September 9, 2017

A Female-Focused Fall Theater Preview

Experience has taught me that I'm a terrible prognosticator. So many of the shows I get all worked up about at the beginning of a theater season end up disappointing me. And then shows that I'm kind of ho-hum about when I first hear or read about them turn out to be some of my all-time faves. Yet, I can't resist looking ahead and thinking about what's to come this fall. And this year, the thing that pleases me the most (and that will continue to do so regardless of what I eventually think about the shows) is the presence of female directors at the helm of some of the most anticipated productions of this fall season:

M. Butterfly directed by JULIE TAYMOR. Playwright David Henry Hwang explored cultural and gender stereotypes in this mash-up of Puccini's "Madama Butterfly" and the real-life story of a French diplomat who fell for a Chinese opera star who seduced him into betraying his country before he discovered that his lover was actually a man masquerading as a woman. The original 1988 production won both a Pulitzer Prize and a Best Play Tony and ran for over two years. Now Taymor, herself a Tony winner for The Lion King, now in its 20th year, is directing M. Butterfly's first Broadway revival. That's exciting enough but the production will also mark Taymor's first return to Broadway since she was infamously fired from Spider-Man: Turn Off the Dark. M. Butterfly's themes seem more up Taymor's alley and like most avid theatergoers, I'm eager to see how she will use the music, dance, puppets and Asian theater techniques she loves to make it her own. The play, which will star Clive Owen and Jin Ha as the mismatched lovers, is scheduled to open at the Cort Theatre Oct. 26.

The Parisian Woman directed by PAM MACKINNON. Set in contemporary Washington, this new comedy of manners centers around a woman who tries to get her lover to help her husband get a high-level position in the government. Beau Willimon, the creator of the Netflix series "House of Cards," specializes in political satire and he based his play on the similarly-named 19th century political drama by the French playwright Henry François Becque. MacKinnon, who won a Tony for directing the 2013 revival of Who's Afraid of Virginia Woolf?, knows how to wrangle strong female characters and the strong actors who play them. This time out she'll be working with Uma Thurman, who has played lots of tough women in movies but will be making her Broadway debut. The supporting cast includes Blair Brown, Phillipa Soo and Josh Lucas. The show is set to make its world premiere at the Hudson Theatre on Nov. 30.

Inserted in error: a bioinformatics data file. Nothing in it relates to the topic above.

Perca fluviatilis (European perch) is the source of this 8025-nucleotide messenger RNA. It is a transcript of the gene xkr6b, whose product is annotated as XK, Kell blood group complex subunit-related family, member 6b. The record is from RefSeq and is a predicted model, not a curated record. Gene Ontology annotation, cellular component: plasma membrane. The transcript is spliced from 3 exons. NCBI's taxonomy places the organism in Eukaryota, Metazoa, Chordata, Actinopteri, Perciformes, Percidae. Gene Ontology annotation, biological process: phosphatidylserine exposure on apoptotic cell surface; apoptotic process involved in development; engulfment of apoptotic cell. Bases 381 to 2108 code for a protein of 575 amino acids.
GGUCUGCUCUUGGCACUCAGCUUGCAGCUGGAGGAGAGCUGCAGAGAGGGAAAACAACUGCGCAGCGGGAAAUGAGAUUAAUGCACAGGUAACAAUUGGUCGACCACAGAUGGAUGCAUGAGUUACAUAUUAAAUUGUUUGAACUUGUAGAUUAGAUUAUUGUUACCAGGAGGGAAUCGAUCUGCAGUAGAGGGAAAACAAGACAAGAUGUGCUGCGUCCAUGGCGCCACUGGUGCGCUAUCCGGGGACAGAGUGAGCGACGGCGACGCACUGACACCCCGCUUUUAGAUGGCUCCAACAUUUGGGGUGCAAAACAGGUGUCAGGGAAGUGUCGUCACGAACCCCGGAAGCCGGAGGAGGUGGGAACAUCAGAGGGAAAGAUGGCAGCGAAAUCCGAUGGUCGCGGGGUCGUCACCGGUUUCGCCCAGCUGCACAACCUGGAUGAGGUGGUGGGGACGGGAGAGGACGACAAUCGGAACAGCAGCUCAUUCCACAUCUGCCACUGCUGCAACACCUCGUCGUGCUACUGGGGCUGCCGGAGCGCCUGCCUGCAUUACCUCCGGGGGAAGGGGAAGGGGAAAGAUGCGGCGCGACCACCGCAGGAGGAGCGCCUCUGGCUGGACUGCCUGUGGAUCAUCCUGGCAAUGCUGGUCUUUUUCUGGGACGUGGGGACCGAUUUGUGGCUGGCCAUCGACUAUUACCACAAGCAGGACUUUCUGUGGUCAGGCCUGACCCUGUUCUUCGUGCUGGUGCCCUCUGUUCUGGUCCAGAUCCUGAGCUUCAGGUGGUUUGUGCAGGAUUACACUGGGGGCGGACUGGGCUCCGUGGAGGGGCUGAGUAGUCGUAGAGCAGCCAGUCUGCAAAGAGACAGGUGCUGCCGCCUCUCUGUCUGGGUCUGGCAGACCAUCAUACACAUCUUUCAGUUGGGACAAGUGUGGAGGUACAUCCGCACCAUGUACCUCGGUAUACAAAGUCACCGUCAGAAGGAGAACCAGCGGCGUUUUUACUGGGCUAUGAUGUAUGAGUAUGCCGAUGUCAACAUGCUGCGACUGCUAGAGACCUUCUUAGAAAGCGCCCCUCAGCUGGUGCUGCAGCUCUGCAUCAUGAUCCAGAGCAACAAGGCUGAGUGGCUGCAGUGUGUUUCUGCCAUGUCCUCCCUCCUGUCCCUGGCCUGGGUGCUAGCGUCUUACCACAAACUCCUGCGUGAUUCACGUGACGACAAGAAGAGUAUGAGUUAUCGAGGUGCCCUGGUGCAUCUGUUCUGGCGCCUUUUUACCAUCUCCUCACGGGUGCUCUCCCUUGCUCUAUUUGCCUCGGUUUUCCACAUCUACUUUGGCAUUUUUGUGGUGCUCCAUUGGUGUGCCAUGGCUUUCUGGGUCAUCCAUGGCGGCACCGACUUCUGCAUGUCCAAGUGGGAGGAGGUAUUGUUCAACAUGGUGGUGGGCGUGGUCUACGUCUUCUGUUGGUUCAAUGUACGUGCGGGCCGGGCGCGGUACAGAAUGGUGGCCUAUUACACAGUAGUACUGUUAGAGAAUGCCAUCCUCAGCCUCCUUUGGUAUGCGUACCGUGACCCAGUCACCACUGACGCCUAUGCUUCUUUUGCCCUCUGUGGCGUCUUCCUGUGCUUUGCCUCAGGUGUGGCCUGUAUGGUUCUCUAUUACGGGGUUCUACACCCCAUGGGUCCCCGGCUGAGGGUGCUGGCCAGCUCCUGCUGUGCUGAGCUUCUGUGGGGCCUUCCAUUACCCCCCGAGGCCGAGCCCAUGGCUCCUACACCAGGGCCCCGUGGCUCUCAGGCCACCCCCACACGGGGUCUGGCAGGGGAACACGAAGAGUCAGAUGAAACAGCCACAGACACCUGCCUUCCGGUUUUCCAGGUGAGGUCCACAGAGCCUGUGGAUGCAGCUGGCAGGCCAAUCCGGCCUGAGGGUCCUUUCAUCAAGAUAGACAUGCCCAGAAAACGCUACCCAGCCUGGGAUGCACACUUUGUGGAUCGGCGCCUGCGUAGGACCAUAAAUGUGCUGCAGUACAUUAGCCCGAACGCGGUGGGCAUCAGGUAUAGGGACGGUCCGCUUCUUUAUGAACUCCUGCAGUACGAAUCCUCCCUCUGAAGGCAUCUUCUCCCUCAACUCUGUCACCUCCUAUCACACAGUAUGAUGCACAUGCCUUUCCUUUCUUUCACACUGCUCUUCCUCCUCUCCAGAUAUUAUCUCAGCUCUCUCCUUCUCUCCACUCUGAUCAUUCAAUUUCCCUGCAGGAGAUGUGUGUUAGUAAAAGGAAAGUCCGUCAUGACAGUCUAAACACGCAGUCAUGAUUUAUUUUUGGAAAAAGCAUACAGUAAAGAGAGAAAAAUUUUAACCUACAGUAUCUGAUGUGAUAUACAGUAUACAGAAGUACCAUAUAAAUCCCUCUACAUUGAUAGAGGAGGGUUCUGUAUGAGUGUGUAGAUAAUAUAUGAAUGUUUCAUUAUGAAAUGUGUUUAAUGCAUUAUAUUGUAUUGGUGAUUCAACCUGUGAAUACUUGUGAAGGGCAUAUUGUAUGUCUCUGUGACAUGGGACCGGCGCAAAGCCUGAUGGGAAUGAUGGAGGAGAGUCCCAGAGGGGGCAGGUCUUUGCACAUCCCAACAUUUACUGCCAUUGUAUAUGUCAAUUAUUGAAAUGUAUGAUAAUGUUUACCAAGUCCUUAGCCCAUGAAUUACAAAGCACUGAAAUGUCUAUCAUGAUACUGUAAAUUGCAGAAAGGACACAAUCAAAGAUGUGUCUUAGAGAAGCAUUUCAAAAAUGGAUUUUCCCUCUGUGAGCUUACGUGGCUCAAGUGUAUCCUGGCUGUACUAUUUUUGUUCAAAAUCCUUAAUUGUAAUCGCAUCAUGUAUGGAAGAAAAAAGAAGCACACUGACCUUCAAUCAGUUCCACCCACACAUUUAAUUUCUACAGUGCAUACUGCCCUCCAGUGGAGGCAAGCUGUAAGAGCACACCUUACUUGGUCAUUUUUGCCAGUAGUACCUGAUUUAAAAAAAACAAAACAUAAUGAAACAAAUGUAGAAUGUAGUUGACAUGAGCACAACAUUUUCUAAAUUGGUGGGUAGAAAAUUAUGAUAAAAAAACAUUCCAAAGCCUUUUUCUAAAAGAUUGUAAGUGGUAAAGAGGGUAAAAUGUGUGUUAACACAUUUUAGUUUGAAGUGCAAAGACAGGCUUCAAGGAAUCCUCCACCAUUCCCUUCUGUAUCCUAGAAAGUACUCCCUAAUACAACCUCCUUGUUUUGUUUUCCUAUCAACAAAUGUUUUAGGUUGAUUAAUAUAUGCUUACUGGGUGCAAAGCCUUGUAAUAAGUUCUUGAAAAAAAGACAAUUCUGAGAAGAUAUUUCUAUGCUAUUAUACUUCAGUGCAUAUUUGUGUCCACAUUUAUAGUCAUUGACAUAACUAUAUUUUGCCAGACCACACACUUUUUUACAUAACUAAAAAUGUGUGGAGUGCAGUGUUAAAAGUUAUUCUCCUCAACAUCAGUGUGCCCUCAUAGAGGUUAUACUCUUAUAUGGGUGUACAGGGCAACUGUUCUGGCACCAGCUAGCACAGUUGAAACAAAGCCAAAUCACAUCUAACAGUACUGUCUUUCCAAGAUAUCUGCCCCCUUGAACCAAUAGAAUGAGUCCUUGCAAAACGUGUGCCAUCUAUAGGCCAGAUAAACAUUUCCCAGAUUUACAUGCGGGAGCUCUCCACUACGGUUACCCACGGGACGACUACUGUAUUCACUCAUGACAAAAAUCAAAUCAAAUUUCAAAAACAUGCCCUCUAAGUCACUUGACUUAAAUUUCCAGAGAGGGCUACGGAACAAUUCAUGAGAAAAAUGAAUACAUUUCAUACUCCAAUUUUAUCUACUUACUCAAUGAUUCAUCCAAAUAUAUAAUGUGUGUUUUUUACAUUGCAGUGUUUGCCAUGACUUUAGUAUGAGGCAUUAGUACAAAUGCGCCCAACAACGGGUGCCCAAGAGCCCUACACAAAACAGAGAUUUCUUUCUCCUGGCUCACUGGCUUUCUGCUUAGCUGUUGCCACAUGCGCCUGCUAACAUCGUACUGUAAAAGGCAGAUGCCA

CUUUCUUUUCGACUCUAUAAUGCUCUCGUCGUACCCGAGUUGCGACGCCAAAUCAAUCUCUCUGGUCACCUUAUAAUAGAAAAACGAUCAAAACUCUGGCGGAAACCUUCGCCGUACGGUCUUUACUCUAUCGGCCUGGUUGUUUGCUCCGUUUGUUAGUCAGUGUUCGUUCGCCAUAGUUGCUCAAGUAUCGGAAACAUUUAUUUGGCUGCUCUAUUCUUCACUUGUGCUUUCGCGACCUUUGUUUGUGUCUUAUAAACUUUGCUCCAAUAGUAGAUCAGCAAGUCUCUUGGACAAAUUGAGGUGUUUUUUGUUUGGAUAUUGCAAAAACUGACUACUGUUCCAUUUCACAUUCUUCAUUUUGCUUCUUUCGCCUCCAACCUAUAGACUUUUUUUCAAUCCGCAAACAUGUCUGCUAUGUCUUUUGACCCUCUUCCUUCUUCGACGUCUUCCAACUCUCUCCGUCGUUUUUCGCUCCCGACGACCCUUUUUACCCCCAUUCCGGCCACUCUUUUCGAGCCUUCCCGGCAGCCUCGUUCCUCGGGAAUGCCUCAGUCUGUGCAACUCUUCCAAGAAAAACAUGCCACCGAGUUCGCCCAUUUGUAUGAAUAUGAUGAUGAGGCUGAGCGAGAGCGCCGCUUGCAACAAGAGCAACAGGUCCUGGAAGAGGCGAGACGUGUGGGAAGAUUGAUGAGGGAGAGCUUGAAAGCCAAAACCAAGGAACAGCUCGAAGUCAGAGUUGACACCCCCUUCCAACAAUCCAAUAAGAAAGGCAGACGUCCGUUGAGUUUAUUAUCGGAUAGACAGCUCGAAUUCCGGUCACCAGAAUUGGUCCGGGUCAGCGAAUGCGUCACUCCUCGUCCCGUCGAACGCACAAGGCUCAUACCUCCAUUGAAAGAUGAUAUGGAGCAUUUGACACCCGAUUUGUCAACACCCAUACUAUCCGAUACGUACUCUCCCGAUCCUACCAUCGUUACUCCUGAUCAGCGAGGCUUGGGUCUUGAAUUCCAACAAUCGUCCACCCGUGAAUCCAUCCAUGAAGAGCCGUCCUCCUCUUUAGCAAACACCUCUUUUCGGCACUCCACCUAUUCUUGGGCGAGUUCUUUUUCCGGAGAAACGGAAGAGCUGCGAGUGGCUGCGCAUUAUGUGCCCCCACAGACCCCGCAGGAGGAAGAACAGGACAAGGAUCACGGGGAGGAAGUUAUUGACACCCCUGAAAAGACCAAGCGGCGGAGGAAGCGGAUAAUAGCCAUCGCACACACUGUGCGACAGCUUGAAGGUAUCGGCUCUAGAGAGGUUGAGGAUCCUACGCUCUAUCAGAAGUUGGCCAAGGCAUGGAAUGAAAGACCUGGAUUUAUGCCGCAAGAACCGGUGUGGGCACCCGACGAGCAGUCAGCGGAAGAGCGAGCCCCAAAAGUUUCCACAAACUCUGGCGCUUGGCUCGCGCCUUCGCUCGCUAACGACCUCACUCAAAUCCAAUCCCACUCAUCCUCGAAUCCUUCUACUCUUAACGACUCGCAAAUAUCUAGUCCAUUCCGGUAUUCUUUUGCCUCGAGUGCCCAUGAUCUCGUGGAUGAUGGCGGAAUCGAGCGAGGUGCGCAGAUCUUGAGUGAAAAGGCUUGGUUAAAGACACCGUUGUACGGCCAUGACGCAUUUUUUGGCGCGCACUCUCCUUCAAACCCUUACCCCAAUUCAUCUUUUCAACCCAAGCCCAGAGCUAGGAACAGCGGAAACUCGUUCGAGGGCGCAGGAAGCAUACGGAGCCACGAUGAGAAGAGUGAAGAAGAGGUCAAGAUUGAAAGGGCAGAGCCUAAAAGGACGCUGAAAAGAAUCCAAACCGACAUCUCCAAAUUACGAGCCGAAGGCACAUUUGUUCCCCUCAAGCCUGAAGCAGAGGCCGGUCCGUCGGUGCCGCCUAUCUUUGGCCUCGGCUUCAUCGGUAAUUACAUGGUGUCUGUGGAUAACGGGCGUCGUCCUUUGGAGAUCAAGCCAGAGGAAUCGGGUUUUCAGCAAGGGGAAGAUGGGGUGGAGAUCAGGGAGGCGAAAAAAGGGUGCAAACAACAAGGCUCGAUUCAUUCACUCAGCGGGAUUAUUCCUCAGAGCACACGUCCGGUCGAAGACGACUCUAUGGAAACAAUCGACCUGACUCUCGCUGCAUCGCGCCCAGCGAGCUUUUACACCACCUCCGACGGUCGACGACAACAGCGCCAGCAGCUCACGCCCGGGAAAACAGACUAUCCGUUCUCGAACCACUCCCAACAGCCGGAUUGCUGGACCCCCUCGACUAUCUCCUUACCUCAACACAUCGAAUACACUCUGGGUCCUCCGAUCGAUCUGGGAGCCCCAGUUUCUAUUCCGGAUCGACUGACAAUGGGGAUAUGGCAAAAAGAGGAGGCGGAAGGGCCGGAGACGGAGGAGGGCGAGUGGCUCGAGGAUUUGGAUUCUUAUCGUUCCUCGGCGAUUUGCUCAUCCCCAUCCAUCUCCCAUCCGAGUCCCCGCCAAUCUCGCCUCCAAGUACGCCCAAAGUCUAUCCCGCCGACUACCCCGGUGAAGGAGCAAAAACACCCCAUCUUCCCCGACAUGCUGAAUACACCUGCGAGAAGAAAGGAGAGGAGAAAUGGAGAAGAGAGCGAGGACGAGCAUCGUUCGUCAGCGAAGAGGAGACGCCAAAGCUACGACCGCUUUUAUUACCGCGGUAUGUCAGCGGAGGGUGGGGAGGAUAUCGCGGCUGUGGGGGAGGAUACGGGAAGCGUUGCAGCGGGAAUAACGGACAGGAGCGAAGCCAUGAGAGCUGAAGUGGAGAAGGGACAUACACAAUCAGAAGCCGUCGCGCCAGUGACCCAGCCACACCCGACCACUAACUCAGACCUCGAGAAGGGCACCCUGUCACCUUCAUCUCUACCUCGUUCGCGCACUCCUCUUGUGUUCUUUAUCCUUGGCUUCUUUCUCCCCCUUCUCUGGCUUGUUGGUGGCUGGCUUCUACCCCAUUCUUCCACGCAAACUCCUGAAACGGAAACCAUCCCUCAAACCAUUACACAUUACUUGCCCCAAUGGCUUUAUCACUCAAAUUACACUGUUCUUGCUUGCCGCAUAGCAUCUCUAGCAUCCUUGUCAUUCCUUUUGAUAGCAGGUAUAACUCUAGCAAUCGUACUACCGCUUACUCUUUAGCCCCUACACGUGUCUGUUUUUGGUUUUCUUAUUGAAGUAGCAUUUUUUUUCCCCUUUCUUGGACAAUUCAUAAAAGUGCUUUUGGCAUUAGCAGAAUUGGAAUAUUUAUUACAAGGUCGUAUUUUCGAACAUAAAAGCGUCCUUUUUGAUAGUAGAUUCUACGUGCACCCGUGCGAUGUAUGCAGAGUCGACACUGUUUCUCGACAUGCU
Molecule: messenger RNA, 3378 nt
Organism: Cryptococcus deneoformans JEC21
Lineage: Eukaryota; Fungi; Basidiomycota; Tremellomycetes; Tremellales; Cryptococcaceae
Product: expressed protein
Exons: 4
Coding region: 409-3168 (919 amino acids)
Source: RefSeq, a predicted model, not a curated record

SpongeBob SquarePants directed by TINA LANDAU. I've got to be honest and say that I have my doubts about this one but the word-of-mouth has been surprisingly good for this musical version of the animated TV show about the titular sea creature and his oddball friends who live in an underwater town called Bikini Bottom. The musical also features an oddball score of original songs by a boatload of major contemporary songwriters including Susan Bareilles, John Legend, Cyndi Lauper, Lady Antebellum and David Bowie. Just the fact that they all wanted to be involved in this project makes me want to see it. But the show's ultimate success will rest on the shoulders of Landau, who is not only directing SpongeBob but conceived the musical and has nurtured what's being touted as a paean to tolerance and acceptance of others through a tryout in Chicago last year and soon onto the stage at the legendary Palace Theatre, where the good-natured parazoan and his pals are scheduled to open on Dec. 4

Time and the Conways directed by REBECCA TAICHMAN. Fresh off her Tony win for the luminous Indecent, which marked her Broadway debut, Taichman is now leading a revival of J. B. Priestley's 1937 drama about the changing fortunes of an upper-class British family. The play is part family saga, part allegory about Britain between the World Wars and a meditation on the metaphysics of time. The versatile Taichman directed a well-received production of the play at the Old Globe in San Diego last year. In this Roundabout Theatre production, the family matriarch will be played by Elizabeth McGovern, returning to the Broadway stage for the first time in 25 years but already conditioned for the part by her turn as the mistress of the house for six seasons on "Downton Abbey." McGovern, along with a nine-member supporting cast that includes the always-watchable Gabriel Ebert and Stephen Boyer, will open The Conways at the American Airlines Theatre on  Oct. 10.

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